Well, in Greek myth there is no hell, only the land of the dead; just one place where the spirits of the dead go. And besides them, I believe there is only Hades (discluding Cerebus and Charon, the ferryman, who are only met on the journey to the Underworld). In Celtic, again, I don't think there is a hell, just the Otherworld, or Underworld, where the spirits of the dead go. In both cases, it's only the length of the journey which differs depending on the good or evil of the person passing on. (The more horrible the person, the longer the journey is.) m In Norse myth, there is the realm called Hel ruled by Loki's daughter, also named Hel. Like Loki's other offspring (Fenrir and Jormungandr), she is something of a monster, in her case, half-dead; she has the upper body of a normal woman, but her lower body is all rotting flesh. Like Greek and Celtic myth though, it appears to be the only land of the dead, and it is only called Hel after the ruler. Besides Hel herself, and the spirits that go there, I haven't found or heard of anything else living there. (There is Valhalla as well, but it is only where the dead heroes are found, to rise up and fight each other, sometimes feasting with Odin, before going back to being dead -- then rising up and fighting each other again, in a never ending cycle.) m As far as I know, there is no name for a creature that started out as human, before becoming what it currently is. Just a Metamorph I guess (changing characteristics).
In Hindu and Buddhist mythologies there are many hells, some of them radically different from others. The more fiery ones, similarly to the abyss called Tartaros in Greek mythology, are inhabited by different brands of sinners suffering for millions upon millions of years until they make up for their misdeeds in life. There are several hells which are, however, more like underground worlds, or like the "Underworlds" of Western mythologies, conceived of as existing under the earth where the living reside. There are many different races of creatures whose names are most often translated into English as "demons." These include some tribes of a race of snake-people called the Nāgas, as well as several members of the various races of āsuras (beings considered to be the traditional enemies of the gods) called the Daityas and the Danavas. These last two are groups of gigantic āsuras whose first members were actually the cousins and half-siblings of the gods, much like the Titans in Greek mythology. Some hells are inhabited by many other sorts of more demonic āsuras, such as the goblin-like Piśācas, the often gigantic ogre-like Rākṣasas, the elemental protective spirits called the Bhutas, and the more well-known spirits or ogres called the Yakṣas. From the Danavas and Daityas were descended a number of notorious tribes or nations of āsuras, such as the Saiṃhikeyas, the Paulomas, the Kalakeyas and the Nivatakavacas, a lot of whom lived in the aforementioned underworlds.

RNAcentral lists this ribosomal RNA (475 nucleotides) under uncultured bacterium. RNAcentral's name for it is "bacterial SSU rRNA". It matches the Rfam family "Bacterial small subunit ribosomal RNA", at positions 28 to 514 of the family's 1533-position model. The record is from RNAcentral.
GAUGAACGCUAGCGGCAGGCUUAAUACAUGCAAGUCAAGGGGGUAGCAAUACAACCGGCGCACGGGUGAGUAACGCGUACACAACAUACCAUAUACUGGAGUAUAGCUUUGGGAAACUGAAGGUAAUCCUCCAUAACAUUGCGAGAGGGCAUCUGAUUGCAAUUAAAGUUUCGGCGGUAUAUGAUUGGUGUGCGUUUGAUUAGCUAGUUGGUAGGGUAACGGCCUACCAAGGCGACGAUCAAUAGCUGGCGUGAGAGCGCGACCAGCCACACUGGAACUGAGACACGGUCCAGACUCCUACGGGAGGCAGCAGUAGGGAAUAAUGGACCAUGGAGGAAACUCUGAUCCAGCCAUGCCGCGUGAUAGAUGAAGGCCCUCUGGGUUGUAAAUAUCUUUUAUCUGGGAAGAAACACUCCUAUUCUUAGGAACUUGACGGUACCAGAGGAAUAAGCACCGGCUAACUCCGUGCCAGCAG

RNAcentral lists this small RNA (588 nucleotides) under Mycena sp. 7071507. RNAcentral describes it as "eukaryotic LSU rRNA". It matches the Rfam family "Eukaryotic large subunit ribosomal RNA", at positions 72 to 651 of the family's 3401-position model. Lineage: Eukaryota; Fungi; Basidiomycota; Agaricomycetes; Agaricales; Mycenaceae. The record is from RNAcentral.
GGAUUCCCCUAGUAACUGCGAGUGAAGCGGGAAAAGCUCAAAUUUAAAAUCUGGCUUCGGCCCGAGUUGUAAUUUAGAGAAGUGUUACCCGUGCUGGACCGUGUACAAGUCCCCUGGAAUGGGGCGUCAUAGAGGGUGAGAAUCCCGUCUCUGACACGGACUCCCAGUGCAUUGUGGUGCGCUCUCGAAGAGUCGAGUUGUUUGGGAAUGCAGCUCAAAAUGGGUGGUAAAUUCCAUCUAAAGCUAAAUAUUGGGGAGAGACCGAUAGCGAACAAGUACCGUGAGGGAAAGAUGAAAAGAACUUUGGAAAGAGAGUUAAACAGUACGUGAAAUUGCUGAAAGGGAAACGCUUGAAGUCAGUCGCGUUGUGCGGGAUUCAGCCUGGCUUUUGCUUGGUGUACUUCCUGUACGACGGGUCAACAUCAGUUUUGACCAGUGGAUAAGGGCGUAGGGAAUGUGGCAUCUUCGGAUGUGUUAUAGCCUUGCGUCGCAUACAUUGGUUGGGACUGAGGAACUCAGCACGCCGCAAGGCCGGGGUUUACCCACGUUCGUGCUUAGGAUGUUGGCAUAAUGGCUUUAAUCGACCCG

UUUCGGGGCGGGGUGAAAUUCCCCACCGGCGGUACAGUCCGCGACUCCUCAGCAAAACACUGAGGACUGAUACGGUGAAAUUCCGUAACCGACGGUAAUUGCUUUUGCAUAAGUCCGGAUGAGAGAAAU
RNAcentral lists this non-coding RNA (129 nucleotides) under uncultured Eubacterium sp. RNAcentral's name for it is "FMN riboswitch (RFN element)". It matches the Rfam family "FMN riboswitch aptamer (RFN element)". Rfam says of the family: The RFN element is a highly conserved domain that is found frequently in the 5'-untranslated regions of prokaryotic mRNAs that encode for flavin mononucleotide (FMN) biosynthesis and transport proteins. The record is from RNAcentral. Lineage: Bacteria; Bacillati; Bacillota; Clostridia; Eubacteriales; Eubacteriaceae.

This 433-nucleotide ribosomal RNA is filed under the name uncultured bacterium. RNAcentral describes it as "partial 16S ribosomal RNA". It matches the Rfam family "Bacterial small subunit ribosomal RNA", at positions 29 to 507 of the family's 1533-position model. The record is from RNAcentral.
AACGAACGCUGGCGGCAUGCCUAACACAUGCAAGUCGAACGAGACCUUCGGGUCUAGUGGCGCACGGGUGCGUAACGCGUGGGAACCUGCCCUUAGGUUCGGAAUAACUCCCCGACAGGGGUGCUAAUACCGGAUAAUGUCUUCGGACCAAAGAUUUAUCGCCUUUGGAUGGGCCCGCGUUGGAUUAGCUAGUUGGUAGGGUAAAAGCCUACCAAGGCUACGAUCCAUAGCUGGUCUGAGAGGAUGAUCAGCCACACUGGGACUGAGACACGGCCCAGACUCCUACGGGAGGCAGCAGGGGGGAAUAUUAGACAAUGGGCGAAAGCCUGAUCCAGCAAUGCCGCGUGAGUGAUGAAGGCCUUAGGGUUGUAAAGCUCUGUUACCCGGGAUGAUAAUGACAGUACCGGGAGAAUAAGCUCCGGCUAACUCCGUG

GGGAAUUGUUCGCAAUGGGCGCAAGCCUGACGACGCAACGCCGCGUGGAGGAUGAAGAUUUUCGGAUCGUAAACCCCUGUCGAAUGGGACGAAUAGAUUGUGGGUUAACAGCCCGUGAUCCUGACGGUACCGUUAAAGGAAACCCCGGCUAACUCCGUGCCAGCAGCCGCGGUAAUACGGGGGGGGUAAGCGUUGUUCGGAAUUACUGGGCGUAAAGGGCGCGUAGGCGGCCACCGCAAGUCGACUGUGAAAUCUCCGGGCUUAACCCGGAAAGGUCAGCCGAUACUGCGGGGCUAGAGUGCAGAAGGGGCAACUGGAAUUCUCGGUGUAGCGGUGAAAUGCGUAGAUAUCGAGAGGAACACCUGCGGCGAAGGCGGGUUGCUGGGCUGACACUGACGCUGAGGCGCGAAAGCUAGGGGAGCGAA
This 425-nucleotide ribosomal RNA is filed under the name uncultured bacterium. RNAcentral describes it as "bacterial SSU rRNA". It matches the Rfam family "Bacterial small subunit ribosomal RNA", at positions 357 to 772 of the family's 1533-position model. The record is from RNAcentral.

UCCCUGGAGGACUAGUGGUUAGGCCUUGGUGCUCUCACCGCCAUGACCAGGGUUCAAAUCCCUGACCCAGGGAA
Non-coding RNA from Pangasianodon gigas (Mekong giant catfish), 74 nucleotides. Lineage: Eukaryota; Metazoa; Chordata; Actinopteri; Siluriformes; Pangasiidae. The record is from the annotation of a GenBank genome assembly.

I'm not aware of any specific word describing a formerly human creature apart from the name of whatever creature s\he eventually became, e.g., vampire, werewolf, ghost, monster, god, nymph, etc.